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Less than an hour after the best rock thrower ever to come out of Nitro, West Virginia had intimidated the New York Yankees for the third time in seven days, Casey Stengel was doing his best to forget all about it. Sitting half-undressed in his office under the vast old Stadium and sounding a little as if he expected George Weiss to be hiding under the couch, Stengel talked about next year.
"Now I got to build another team for New York," he said, "and I'll build it. I got some pretty good ideas. There's that Denver farm club, it had a pretty good season. There must be some men there to disturb somebody."
"Maybe they cannot hit that pitcher we saw today, either, but then maybe he will not live long."
If this is the premise upon which Stengel hopes to recapture his westerly-flown world championship, it would be wise if Casey should prepare himself for disappointment. That pitcher, an erstwhile taxi driver, pool shark, amateur obstetrician and right-handed raconteur of renown named Lew Burdette, is singularly well equipped to survive the rigors attendant with becoming a World Series hero. Unlike Stengel's own Don Larsen, another man who pitched very well one October but failed to remember how he did it when April rolled around, Burdette will probably show up for the 1958 season better than ever.
For one thing, he is a better pitcher than Larsen, a fact frequently overlooked in the past by those citizens so concerned with the function of Burdette's salivary glands that they forgot he also had a rather remarkable right arm. But perhaps even more important, not the glaring television lights he will face in the next few weeks nor the cramped and unfamiliar stance required to sign some $10,000 worth of endorsements nor even the long winter of adulation and mashed potatoes which await him on the banquet circuit stand much chance of upsetting Lew Burdette's mountain-grown sang-froid.
From the November day in 1926 when he was born in a West Virginia ghost town until the October day not quite 31 years later when he became Milwaukee's No. 1 candidate for president of the world, Selva Lewis Burdette Jr. has been much more than just a pitcher. He is, in fact, baseball's No. 1 paradox.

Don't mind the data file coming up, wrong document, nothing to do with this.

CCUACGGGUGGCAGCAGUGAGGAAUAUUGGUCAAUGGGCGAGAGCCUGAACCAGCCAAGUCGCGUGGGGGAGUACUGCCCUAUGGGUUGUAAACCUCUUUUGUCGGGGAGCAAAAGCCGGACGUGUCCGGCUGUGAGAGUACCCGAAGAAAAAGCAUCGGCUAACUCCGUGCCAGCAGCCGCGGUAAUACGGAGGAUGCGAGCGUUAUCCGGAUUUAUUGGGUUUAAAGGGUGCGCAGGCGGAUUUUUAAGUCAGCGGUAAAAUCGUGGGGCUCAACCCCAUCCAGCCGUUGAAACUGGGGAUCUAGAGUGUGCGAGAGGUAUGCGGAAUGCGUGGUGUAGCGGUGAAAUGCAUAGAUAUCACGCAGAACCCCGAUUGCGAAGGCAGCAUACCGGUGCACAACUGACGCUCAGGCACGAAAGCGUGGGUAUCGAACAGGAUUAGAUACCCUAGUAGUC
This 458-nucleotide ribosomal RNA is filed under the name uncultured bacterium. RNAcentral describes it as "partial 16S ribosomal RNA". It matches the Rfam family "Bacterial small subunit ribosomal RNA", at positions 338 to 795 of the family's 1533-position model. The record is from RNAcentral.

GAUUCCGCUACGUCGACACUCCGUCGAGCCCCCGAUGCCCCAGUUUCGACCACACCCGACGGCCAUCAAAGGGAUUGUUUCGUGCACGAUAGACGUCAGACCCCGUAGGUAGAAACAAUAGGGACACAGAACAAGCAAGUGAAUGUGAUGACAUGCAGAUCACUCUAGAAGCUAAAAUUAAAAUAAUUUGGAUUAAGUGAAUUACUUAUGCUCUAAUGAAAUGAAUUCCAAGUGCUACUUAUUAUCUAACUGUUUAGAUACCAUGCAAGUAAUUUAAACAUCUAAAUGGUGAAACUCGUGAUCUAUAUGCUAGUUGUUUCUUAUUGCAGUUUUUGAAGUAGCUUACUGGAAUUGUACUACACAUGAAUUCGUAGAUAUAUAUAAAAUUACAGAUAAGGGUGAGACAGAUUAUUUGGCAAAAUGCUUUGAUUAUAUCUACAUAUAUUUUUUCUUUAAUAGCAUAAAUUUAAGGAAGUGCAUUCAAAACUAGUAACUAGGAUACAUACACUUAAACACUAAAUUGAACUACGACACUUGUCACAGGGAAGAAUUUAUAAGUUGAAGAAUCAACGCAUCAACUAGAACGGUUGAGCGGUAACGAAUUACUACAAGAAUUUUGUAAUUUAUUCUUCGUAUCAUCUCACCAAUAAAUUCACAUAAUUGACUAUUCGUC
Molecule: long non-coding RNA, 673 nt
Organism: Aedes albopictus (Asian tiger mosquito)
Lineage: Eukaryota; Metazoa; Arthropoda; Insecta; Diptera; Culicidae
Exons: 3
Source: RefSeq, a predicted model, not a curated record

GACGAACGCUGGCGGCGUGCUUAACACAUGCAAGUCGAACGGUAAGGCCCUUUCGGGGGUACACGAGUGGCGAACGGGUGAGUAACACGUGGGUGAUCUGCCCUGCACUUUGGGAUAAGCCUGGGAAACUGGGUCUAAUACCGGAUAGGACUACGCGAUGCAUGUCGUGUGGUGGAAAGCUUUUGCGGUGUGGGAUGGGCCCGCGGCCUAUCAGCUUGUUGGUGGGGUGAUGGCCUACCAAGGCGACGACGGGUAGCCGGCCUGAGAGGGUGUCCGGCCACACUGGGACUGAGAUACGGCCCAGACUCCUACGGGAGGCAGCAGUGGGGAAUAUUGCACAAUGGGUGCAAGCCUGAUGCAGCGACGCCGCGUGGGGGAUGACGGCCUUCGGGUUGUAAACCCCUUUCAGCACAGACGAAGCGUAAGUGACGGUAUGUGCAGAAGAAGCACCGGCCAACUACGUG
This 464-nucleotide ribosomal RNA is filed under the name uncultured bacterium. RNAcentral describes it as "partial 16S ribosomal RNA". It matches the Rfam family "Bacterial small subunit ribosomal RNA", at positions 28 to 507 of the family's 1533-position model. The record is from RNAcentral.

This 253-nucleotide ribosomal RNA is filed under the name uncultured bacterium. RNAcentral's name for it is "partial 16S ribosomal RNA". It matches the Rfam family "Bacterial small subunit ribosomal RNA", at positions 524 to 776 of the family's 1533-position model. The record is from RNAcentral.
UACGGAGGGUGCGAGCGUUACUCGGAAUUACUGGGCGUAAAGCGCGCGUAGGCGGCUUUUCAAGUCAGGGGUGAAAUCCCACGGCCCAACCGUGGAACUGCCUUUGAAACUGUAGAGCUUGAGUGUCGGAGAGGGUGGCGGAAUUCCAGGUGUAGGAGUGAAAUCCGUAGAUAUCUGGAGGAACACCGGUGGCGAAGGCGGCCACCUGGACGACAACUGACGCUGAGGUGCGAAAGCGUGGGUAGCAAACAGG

A big (6 feet 2 inches, 190 pounds), square-shouldered man with a ruggedly handsome face, close-cropped sandy hair and a strange, floppy walk, Burdette is considered by National League hitters—and now the Yankees—to be meaner than an acre of snakes. Despite his nervous, fidgety mannerisms on the mound, he works with a vast confidence and determination. That is when he is pitching. When he is not pitching he becomes baseball's No. 1 screwball. "Burdette," they say, "is a real squirrel."
An interviewer capable of getting anything but a wisecrack out of Burdette is a fortunate man indeed. For that matter, his teammates are in the same boat. When Lew and Warren Spahn, the great left-hander who also happens to be one of the game's biggest clowns, get together, dignity deserts the Milwaukee clubhouse. It can also happen in hotel lobbies or on trains or even on the field before a game. Vaudeville would never have died if Spahn and Burdette had been around with their routine of crooked caps, absurd faces, ridiculous pepper games and jockeying antics from the bench.
Burdette's imitation of a drunk, only one of half a dozen impersonations he practices upon the long-suffering Braves, still brings down the house. But Lew feels cheated since he had to abandon his favorite performance, an almost perfect reproduction of a policeman's whistle. One night in Chicago he leaned out of a taxicab window, gave a blast—and snarled traffic for half an hour.